The key to understanding Romans 7 is to read it in its right place. That is to say, it should not be separated from Romans 6 in front of it, and Romans 8 behind it. For example, Romans 7 falls quite naturally between the following two statements: “What shall we say then? Shall we continue in sin, that grace may abound? God forbid. How shall we, that are dead to sin, live any longer therein? Know ye not, that so many of us as were baptized into Jesus Christ were baptized into His death? Therefore we are buried with Him by baptism into death: that like as Christ was raised up from the dead by the glory of the Father, even so we also should walk in newness of life.” (Rom 6:1-4) And: “There is therefore now no condemnation to them which are in Christ Jesus, who walk not after the flesh, but after the Spirit. So then they that are in the flesh cannot please God. But ye are not in the flesh, but in the Spirit, if so be that the Spirit of God dwell in you. Now if any man have not the Spirit of Christ, he is none of His. For if ye live after the flesh, ye shall die: but if ye through the Spirit do mortify the deeds of the body, ye shall live.” (Rom 8:1,8,9,13)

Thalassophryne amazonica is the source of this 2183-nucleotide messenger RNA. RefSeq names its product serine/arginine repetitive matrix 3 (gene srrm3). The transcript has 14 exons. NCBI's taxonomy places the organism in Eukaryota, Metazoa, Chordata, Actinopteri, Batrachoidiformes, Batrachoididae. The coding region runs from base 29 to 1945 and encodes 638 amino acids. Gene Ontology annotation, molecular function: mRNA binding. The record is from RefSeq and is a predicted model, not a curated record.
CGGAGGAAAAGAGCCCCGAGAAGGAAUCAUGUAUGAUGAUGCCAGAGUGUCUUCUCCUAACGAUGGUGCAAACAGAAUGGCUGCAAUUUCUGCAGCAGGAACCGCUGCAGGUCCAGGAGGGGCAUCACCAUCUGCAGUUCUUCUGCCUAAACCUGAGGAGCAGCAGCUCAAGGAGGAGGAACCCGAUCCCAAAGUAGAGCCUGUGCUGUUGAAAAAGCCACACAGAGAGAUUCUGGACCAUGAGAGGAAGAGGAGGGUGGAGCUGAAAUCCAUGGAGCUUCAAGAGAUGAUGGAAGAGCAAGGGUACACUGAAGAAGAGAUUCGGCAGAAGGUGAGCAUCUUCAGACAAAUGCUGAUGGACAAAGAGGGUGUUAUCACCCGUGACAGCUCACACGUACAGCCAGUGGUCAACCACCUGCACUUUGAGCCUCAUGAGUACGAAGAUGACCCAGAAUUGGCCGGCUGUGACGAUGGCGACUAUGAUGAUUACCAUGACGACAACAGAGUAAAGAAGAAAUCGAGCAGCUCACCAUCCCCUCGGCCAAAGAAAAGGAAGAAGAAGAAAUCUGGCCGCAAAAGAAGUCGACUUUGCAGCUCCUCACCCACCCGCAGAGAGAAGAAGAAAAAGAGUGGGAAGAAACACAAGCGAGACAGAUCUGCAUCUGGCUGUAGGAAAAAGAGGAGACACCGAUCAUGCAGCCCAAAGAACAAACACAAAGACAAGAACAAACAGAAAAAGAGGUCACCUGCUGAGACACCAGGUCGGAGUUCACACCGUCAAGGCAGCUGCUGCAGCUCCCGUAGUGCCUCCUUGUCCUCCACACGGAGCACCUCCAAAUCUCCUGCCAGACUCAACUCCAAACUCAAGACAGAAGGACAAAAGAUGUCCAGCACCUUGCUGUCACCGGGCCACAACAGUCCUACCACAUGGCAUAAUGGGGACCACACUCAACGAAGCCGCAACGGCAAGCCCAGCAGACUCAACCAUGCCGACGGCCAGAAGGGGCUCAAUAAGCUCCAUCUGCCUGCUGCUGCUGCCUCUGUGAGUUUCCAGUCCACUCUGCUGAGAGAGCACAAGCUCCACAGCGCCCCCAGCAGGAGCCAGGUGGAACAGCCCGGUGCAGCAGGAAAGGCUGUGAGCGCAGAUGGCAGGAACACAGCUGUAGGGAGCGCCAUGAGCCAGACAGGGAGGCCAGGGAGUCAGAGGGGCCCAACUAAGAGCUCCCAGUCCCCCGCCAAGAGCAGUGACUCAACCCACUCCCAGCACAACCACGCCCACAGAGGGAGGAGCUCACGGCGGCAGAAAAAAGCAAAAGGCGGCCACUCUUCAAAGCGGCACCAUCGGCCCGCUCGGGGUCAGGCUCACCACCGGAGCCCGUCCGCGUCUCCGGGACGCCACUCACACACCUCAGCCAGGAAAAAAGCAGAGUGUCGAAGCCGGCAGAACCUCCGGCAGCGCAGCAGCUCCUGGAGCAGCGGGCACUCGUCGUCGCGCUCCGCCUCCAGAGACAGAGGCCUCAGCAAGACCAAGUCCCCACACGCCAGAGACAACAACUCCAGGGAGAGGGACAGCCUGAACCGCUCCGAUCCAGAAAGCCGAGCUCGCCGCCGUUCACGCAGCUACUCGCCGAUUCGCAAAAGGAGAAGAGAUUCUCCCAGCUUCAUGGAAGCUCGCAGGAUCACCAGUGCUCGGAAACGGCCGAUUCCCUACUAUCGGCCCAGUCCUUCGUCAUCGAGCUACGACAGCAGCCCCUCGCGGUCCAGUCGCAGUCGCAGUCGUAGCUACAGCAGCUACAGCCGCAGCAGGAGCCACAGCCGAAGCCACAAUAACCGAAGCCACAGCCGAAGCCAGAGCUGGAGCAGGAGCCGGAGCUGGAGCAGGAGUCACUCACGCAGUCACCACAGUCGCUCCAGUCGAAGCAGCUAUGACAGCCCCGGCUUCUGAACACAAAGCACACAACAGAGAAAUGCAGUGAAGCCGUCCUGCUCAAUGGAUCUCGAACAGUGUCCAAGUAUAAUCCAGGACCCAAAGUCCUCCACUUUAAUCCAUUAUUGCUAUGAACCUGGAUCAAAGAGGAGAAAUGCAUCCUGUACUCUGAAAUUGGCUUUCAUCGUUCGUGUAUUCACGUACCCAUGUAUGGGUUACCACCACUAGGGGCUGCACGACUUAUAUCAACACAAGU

Both before and after, Paul points out that a person walking in the “newness of life” is dead to sin, and does not commit it any longer – a thought John would echo many years later. The Gospel had not changed in all that time, and has not changed 2000 years from the penning of these lines. The purpose of Romans 7 was not a declaration of Paul’s continued sinfulness – no, it was a demonstration of the power of Yahshua to cleanse sin, which is in the flesh (as opposed to the spirit).